Quote:
Quote:My mention of GS orthogonalisation was merely an indication that whatever route you take, you're performing the same operation, only you're likely taking the long way 'round.
Quote:I'm open to suggestions.
Any other method is simply using simplified Gram-Schmidt orthogonalisation in a different (and probably less efficient) way.
Quote:
I doubt any reasonably brief method will asymptotically outperform any other, but I think two lines of fast code are better than two of not-quite-so-fast code. You're more than welcome to use whatever method you like, considering that they're all roughly equivalent. But you appear to be under the false impression that the cross-product method is inferior to the displace-project method.
Quote:
Anyway, this disagreement is completely moot. You've found a solution you're happy with, so let's all go to the pub [grin].
Posted 07 November 2006 - 02:53 PM
Quote:
Original post by mooserman352
depending on how many such particles you want, it might be faster for you to generate a basis for the orthogonal plane first. then you only need to call rand twice and do very little arithmetic.
Posted 07 November 2006 - 03:24 PM
Posted 07 November 2006 - 05:23 PM
Quote:
Original post by Kest
Is there a way to compute a random perp vector to an original 3D vector without crossing?
Vector3 forward = (x,y,z), perp;
float angle = random_angle, cs = cos(angle), sn = sin(angle);
if (|x| >= |y|)
{
perp = (cs*(-z,0,x)+sn*(x*y,-x*x-z*z,y*z))/sqrt(x*x+z*z);
}
else
{
perp = (cs*(0,z,-y)+sn*(-y*y-z*z,x*y,x*z)/sqrt(y*y+z*z);
}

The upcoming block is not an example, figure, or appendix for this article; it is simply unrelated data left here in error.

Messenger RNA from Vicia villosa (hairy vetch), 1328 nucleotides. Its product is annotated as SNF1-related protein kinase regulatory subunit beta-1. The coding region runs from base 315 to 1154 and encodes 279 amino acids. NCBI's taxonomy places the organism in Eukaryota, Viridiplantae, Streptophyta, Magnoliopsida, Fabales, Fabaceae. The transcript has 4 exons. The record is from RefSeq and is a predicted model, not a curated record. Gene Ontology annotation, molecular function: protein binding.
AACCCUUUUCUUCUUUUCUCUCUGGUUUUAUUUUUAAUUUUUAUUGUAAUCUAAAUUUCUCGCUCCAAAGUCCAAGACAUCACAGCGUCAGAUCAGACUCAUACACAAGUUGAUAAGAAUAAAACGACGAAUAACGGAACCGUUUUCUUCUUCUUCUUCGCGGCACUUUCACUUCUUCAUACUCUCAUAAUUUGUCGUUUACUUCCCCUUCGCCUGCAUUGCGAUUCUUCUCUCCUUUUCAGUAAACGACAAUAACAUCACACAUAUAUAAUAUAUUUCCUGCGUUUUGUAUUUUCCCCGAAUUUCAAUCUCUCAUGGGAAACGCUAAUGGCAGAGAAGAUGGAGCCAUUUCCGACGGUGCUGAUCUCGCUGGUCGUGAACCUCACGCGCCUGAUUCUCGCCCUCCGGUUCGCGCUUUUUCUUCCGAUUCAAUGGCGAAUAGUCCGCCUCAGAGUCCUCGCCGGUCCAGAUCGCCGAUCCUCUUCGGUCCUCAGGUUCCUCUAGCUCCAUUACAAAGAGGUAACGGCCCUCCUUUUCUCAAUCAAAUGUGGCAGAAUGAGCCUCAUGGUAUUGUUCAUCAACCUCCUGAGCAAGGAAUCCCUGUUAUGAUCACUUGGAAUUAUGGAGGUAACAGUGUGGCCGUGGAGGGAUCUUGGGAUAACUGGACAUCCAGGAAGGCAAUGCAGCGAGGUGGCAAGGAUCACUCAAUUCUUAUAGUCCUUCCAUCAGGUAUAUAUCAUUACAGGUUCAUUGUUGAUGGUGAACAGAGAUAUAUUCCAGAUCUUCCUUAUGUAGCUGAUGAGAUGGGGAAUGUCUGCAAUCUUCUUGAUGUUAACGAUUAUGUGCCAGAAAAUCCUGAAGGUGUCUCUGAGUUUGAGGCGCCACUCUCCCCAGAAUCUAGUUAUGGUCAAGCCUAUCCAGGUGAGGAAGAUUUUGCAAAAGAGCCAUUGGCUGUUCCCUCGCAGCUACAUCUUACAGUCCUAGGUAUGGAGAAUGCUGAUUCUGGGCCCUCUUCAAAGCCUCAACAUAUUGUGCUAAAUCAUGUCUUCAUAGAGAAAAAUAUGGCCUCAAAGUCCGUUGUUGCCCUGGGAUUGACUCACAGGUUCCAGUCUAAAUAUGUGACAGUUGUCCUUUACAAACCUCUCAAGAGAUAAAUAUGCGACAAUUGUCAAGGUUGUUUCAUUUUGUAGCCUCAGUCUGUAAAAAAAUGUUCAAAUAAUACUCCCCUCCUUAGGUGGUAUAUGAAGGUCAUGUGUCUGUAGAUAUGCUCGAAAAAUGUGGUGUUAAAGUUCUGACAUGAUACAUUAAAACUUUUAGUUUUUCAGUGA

Posted 07 November 2006 - 06:02 PM
Posted 07 November 2006 - 06:27 PM
Vector random(rand(), rand(), rand());
Velocity = Cross(forward, random);
Posted 08 November 2006 - 08:29 AM
Quote:
Original post by erissian
Assuming m is the desired magnitude of the random vector,
r = 1-2*rand();
s = 1-2*rand();
t = sqrt(m*m-r*r-s*s) * -rand()%2;
Vector perp(y*t-z*s,z*r-x*t,x*s-y*r);
Quote:
Original post by Zipster
Vector random(rand(), rand(), rand());
Velocity = Cross(forward, random);
Posted 08 November 2006 - 11:26 AM
Posted 08 November 2006 - 01:43 PM
Quote:
Original post by mooserman352
..then all you need to do is generate a random angle between 0 and 2*pi. then you have x = cos(theta) y = sin(theta), and so your final vector is x*up + y*right.
Quote:
Note, just for principle, that you can also adapt "smashing into planes" algorithm with this, except you would want to use spherical coordinates to generate vectors only on the unit sphere.
Quote:
Original post by erissian
Assuming m is the desired magnitude of the random vector,
r = 1-2*rand();
s = 1-2*rand();
t = sqrt(m*m-r*r-s*s) * -rand()%2;
Vector perp(y*t-z*s,z*r-x*t,x*s-y*r);
It's still the cross product, but in four lines and normalized.
Quote:
Original post by erissian
Even for hundreds of particles, I'm sure it pales in comparison to the number of flops you're doing updating the rest of the system.
Quote:
Original post by Zipster
Technically, the following is an equivalent solution using cross-products:Vector random(rand(), rand(), rand());
Velocity = Cross(forward, random);